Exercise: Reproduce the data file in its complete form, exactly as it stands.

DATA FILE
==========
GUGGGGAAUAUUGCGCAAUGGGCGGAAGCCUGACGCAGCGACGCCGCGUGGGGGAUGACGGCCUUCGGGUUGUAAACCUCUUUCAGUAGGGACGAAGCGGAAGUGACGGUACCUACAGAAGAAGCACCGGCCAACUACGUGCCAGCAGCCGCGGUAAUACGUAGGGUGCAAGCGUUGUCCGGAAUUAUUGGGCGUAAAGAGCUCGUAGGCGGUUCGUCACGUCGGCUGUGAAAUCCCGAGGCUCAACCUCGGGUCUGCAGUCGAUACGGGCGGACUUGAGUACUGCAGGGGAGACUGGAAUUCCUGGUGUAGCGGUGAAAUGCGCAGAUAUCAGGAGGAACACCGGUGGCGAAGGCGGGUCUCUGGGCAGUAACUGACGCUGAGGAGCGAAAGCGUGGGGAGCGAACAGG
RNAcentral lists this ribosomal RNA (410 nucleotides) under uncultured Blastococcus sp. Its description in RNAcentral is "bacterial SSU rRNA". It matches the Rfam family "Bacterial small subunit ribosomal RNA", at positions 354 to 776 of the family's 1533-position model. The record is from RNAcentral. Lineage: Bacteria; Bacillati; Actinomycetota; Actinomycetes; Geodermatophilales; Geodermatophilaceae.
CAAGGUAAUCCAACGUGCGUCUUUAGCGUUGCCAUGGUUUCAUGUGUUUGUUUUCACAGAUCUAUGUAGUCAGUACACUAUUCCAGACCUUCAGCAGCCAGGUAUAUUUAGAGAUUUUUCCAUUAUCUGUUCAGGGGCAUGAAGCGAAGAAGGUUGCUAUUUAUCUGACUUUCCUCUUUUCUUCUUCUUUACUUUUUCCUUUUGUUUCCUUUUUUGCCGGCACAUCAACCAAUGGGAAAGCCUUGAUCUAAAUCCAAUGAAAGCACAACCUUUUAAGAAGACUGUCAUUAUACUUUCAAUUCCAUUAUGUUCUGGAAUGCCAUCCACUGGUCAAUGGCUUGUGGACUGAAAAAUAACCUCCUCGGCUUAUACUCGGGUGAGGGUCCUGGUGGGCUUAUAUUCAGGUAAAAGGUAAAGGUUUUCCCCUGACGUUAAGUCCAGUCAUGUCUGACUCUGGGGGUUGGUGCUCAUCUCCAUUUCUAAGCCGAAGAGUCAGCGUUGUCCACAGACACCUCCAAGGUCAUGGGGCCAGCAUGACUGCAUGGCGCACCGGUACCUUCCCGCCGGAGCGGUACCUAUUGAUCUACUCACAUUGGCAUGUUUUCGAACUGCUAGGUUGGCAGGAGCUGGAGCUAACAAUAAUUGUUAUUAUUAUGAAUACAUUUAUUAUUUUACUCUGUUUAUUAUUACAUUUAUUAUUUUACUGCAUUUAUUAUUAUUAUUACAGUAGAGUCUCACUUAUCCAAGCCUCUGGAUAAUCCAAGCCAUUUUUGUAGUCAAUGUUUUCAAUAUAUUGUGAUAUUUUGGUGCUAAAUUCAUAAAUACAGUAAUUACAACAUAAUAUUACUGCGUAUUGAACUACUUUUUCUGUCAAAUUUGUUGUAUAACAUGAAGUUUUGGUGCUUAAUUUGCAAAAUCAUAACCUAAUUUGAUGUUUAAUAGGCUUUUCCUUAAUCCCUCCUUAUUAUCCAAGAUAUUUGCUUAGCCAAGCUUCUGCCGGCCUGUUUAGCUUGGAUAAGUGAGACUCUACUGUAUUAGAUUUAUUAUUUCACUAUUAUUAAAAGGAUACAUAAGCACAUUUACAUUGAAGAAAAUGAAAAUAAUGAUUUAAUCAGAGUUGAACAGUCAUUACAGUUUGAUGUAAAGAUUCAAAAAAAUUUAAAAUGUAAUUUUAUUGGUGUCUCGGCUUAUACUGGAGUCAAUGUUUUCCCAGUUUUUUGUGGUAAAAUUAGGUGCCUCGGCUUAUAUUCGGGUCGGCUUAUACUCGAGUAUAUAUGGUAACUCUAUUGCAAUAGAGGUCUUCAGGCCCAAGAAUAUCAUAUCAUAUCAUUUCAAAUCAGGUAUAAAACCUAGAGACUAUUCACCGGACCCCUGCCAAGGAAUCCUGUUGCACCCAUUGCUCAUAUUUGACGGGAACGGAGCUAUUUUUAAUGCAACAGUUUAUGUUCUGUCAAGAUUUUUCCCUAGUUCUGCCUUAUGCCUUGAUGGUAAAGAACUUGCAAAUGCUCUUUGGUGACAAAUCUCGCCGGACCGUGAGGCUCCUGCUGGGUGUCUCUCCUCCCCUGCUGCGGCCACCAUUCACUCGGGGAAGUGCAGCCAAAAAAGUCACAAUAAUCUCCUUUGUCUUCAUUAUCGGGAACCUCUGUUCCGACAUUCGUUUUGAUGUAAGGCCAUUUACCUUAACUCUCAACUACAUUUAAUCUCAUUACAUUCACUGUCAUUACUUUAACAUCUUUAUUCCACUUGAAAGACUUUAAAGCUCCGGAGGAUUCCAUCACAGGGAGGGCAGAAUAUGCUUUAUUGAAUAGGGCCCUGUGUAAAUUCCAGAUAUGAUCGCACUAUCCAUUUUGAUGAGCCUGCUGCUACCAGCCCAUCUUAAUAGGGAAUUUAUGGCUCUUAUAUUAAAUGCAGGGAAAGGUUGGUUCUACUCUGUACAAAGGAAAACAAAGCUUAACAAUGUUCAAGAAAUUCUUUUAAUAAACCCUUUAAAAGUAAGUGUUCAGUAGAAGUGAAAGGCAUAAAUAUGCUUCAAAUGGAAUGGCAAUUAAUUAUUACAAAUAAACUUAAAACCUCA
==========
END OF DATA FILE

GUGGGGAAUAUUGCGCAAUGGGCGGAAGCCUGACGCAGCGACGCCGCGUGGGGGAUGACGGCCUUCGGGUUGUAAACCUCUUUCAGUAGGGACGAAGCGGAAGUGACGGUACCUACAGAAGAAGCACCGGCCAACUACGUGCCAGCAGCCGCGGUAAUACGUAGGGUGCAAGCGUUGUCCGGAAUUAUUGGGCGUAAAGAGCUCGUAGGCGGUUCGUCACGUCGGCUGUGAAAUCCCGAGGCUCAACCUCGGGUCUGCAGUCGAUACGGGCGGACUUGAGUACUGCAGGGGAGACUGGAAUUCCUGGUGUAGCGGUGAAAUGCGCAGAUAUCAGGAGGAACACCGGUGGCGAAGGCGGGUCUCUGGGCAGUAACUGACGCUGAGGAGCGAAAGCGUGGGGAGCGAACAGG
RNAcentral lists this ribosomal RNA (410 nucleotides) under uncultured Blastococcus sp. Its description in RNAcentral is "bacterial SSU rRNA". It matches the Rfam family "Bacterial small subunit ribosomal RNA", at positions 354 to 776 of the family's 1533-position model. The record is from RNAcentral. Lineage: Bacteria; Bacillati; Actinomycetota; Actinomycetes; Geodermatophilales; Geodermatophilaceae.
CAAGGUAAUCCAACGUGCGUCUUUAGCGUUGCCAUGGUUUCAUGUGUUUGUUUUCACAGAUCUAUGUAGUCAGUACACUAUUCCAGACCUUCAGCAGCCAGGUAUAUUUAGAGAUUUUUCCAUUAUCUGUUCAGGGGCAUGAAGCGAAGAAGGUUGCUAUUUAUCUGACUUUCCUCUUUUCUUCUUCUUUACUUUUUCCUUUUGUUUCCUUUUUUGCCGGCACAUCAACCAAUGGGAAAGCCUUGAUCUAAAUCCAAUGAAAGCACAACCUUUUAAGAAGACUGUCAUUAUACUUUCAAUUCCAUUAUGUUCUGGAAUGCCAUCCACUGGUCAAUGGCUUGUGGACUGAAAAAUAACCUCCUCGGCUUAUACUCGGGUGAGGGUCCUGGUGGGCUUAUAUUCAGGUAAAAGGUAAAGGUUUUCCCCUGACGUUAAGUCCAGUCAUGUCUGACUCUGGGGGUUGGUGCUCAUCUCCAUUUCUAAGCCGAAGAGUCAGCGUUGUCCACAGACACCUCCAAGGUCAUGGGGCCAGCAUGACUGCAUGGCGCACCGGUACCUUCCCGCCGGAGCGGUACCUAUUGAUCUACUCACAUUGGCAUGUUUUCGAACUGCUAGGUUGGCAGGAGCUGGAGCUAACAAUAAUUGUUAUUAUUAUGAAUACAUUUAUUAUUUUACUCUGUUUAUUAUUACAUUUAUUAUUUUACUGCAUUUAUUAUUAUUAUUACAGUAGAGUCUCACUUAUCCAAGCCUCUGGAUAAUCCAAGCCAUUUUUGUAGUCAAUGUUUUCAAUAUAUUGUGAUAUUUUGGUGCUAAAUUCAUAAAUACAGUAAUUACAACAUAAUAUUACUGCGUAUUGAACUACUUUUUCUGUCAAAUUUGUUGUAUAACAUGAAGUUUUGGUGCUUAAUUUGCAAAAUCAUAACCUAAUUUGAUGUUUAAUAGGCUUUUCCUUAAUCCCUCCUUAUUAUCCAAGAUAUUUGCUUAGCCAAGCUUCUGCCGGCCUGUUUAGCUUGGAUAAGUGAGACUCUACUGUAUUAGAUUUAUUAUUUCACUAUUAUUAAAAGGAUACAUAAGCACAUUUACAUUGAAGAAAAUGAAAAUAAUGAUUUAAUCAGAGUUGAACAGUCAUUACAGUUUGAUGUAAAGAUUCAAAAAAAUUUAAAAUGUAAUUUUAUUGGUGUCUCGGCUUAUACUGGAGUCAAUGUUUUCCCAGUUUUUUGUGGUAAAAUUAGGUGCCUCGGCUUAUAUUCGGGUCGGCUUAUACUCGAGUAUAUAUGGUAACUCUAUUGCAAUAGAGGUCUUCAGGCCCAAGAAUAUCAUAUCAUAUCAUUUCAAAUCAGGUAUAAAACCUAGAGACUAUUCACCGGACCCCUGCCAAGGAAUCCUGUUGCACCCAUUGCUCAUAUUUGACGGGAACGGAGCUAUUUUUAAUGCAACAGUUUAUGUUCUGUCAAGAUUUUUCCCUAGUUCUGCCUUAUGCCUUGAUGGUAAAGAACUUGCAAAUGCUCUUUGGUGACAAAUCUCGCCGGACCGUGAGGCUCCUGCUGGGUGUCUCUCCUCCCCUGCUGCGGCCACCAUUCACUCGGGGAAGUGCAGCCAAAAAAGUCACAAUAAUCUCCUUUGUCUUCAUUAUCGGGAACCUCUGUUCCGACAUUCGUUUUGAUGUAAGGCCAUUUACCUUAACUCUCAACUACAUUUAAUCUCAUUACAUUCACUGUCAUUACUUUAACAUCUUUAUUCCACUUGAAAGACUUUAAAGCUCCGGAGGAUUCCAUCACAGGGAGGGCAGAAUAUGCUUUAUUGAAUAGGGCCCUGUGUAAAUUCCAGAUAUGAUCGCACUAUCCAUUUUGAUGAGCCUGCUGCUACCAGCCCAUCUUAAUAGGGAAUUUAUGGCUCUUAUAUUAAAUGCAGGGAAAGGUUGGUUCUACUCUGUACAAAGGAAAACAAAGCUUAACAAUGUUCAAGAAAUUCUUUUAAUAAACCCUUUAAAAGUAAGUGUUCAGUAGAAGUGAAAGGCAUAAAUAUGCUUCAAAUGGAAUGGCAAUUAAUUAUUACAAAUAAACUUAAAACCUCA